Gastroenteritis is a common disease of the gut that can be highly infectious and make you feel sick very quickly. It is triggered when the digestive system becomes infected and inflamed, causing abdominal cramps, diarrhoea and vomiting with severity ranging from a mild tummy upset to severe and life-threatening dehydration.
Gastroenteritis is a major burden in developing countries and can be fatal for infants, older adults and people with compromised immune systems. Diarrhoeal disease is the second leading cause of death in children under five and kills around 525,000 children globally every year.
Causes of gastroenteritis
Types of gastroenteritis
Symptoms of gastroenteritis
Prevention of gastroenteritis
Our gastroenteritis research
As antimicrobial resistance becomes more widespread and current treatment measures become less effective, the development of new therapeutics and vaccines for gastroenteritis is more important than ever.
Despite medical advances, gastroenteritis still kills many children and elderly people each year, particularly in developing countries. Our researchers are working on better vaccines and therapeutics to prevent severe gastroenteritis and save lives. This includes research to harness the protective properties of the human microbiome.
Hudson Institute researchers are using specialist preclinical infection models and genetic screens to lay the groundwork for improved drug efficacy and to understand the infection mechanisms of a diverse range of bacteria and viruses that cause life threatening disease. This work has the potential to rapidly advance the treatment of gastroenteritis and the prevention of serious illness or death.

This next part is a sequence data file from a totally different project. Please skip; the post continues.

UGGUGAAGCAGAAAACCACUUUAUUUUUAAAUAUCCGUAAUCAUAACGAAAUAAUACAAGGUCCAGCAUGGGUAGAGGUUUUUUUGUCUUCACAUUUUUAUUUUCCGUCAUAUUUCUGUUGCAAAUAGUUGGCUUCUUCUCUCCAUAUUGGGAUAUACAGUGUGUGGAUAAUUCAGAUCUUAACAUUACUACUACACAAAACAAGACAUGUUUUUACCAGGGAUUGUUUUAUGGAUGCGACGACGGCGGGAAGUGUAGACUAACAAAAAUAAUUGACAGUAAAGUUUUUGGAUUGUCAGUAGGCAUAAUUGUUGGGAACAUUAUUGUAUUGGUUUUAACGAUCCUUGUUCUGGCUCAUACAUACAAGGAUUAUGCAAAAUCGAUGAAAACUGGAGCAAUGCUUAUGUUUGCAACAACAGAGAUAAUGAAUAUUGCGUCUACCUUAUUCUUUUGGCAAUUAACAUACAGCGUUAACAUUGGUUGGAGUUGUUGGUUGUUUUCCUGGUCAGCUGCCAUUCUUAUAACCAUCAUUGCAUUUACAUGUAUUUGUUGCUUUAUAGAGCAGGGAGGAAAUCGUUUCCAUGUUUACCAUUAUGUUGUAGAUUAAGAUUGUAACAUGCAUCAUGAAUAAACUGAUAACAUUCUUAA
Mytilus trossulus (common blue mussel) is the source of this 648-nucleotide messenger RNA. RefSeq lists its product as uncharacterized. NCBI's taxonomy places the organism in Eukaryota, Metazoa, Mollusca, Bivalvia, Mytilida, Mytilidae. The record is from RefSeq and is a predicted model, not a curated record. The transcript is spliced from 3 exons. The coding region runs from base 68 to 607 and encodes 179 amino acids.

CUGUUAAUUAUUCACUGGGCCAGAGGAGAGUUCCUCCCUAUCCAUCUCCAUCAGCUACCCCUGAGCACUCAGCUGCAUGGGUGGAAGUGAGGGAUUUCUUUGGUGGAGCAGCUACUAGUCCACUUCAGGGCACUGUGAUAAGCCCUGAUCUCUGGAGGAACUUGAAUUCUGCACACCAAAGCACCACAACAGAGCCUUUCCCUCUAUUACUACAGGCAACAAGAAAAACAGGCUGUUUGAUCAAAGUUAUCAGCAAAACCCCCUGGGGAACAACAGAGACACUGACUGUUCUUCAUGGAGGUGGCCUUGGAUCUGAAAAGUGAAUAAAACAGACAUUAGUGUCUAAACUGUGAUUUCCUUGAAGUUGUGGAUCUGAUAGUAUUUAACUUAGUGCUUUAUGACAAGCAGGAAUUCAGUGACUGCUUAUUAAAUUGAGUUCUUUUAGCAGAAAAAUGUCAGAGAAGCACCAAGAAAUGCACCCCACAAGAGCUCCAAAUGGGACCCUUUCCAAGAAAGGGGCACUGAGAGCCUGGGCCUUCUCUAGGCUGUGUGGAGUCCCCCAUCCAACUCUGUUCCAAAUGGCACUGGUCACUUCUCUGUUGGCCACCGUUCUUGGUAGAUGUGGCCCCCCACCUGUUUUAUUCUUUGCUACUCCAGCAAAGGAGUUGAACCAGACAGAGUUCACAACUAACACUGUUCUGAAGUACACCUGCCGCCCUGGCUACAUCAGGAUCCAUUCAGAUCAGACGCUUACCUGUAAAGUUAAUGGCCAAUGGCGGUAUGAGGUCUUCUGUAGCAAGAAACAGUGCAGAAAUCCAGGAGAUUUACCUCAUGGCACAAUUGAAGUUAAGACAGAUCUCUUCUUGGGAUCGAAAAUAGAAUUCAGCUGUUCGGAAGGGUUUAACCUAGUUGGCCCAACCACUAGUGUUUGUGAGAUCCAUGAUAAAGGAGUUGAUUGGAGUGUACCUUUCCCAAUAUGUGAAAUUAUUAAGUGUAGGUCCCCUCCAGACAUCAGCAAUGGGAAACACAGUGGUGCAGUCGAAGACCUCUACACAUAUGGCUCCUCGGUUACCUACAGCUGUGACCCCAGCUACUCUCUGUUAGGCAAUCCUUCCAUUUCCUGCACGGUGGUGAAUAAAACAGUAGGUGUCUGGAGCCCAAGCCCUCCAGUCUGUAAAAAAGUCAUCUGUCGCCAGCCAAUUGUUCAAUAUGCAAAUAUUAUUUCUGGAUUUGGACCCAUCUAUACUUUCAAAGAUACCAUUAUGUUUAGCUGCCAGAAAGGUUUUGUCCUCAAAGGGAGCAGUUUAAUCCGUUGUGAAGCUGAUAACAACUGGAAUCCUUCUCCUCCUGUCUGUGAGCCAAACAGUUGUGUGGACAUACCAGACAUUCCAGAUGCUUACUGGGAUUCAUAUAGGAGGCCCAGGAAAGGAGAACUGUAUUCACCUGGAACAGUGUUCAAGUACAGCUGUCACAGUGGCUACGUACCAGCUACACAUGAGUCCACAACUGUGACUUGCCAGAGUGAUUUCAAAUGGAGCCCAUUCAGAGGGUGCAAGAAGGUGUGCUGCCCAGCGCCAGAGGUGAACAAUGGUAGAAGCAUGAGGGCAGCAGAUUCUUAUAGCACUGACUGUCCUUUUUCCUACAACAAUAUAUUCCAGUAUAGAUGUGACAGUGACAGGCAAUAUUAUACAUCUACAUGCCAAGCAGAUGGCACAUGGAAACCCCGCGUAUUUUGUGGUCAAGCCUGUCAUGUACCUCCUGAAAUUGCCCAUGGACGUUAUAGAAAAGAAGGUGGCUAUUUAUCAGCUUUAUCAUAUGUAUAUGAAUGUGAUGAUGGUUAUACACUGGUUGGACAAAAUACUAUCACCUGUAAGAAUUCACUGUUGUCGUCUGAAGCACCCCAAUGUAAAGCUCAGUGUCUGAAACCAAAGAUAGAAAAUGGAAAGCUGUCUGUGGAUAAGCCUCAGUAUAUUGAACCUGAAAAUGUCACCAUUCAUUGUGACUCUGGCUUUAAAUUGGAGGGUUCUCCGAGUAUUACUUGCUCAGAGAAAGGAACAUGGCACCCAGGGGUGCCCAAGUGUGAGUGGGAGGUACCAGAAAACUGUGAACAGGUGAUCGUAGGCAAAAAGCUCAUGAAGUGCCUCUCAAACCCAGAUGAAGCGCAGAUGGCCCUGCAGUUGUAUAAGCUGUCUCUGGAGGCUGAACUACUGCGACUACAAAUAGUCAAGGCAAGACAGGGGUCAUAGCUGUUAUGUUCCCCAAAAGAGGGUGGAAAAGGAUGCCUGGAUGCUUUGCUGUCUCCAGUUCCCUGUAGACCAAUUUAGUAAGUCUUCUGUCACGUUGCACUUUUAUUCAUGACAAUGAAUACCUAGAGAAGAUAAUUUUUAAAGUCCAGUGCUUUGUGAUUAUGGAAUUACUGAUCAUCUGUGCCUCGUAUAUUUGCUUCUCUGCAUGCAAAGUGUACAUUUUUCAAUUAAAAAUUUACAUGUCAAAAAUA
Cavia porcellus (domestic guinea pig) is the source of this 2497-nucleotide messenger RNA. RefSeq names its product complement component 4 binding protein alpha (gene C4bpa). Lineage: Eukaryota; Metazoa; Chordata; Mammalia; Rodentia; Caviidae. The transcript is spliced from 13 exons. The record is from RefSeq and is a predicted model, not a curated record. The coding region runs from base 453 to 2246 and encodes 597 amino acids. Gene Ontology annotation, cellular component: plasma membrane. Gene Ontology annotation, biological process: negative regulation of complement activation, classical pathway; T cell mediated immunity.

Understanding the infection biology of E. coli and Shigella
Molecular studies. Professor Elizabeth Hartland’s team studies the protein secretion systems of bacteria including E. coli and Shigella that enable them to cause gastrointestinal infections. These systems are used by the bacteria to inject proteins into human cells that can manipulate cell processes and promote bacterial growth. The aim of this work is to investigate how these injected proteins interfere with host cell function, inflammation and the innate immune response that is needed to fight infection.
Research and development for Salmonella infections
Understanding how diet influences gastrointestinal infection outcomes
Understanding the role of a toxin in Campylobacter gastroenteritis
Diarrhoea-causing bacteria adapted to spread in hospitals
Mapping an emerging global health threat
ARC Discovery Projects success
Hudson Institute Emerging Leaders announced
Two Hudson Institute researchers receive prestigious veski Fellowship Awards
NHMRC Fellowship success
Stunning NHMRC Grant success
Childhood gastro link to type 1 diabetes
Help give children a healthier future
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- Imperial College London
- Institut Pasteur
- Walter and Eliza Hall Institute
- Peter Doherty Institute for Infection and Immunity
- Melbourne University
- Monash BDI
- Griffith University
- Naval Medical Research Center
- Wellcome Sanger Institute
- London School of Hygiene and Tropical Medicine
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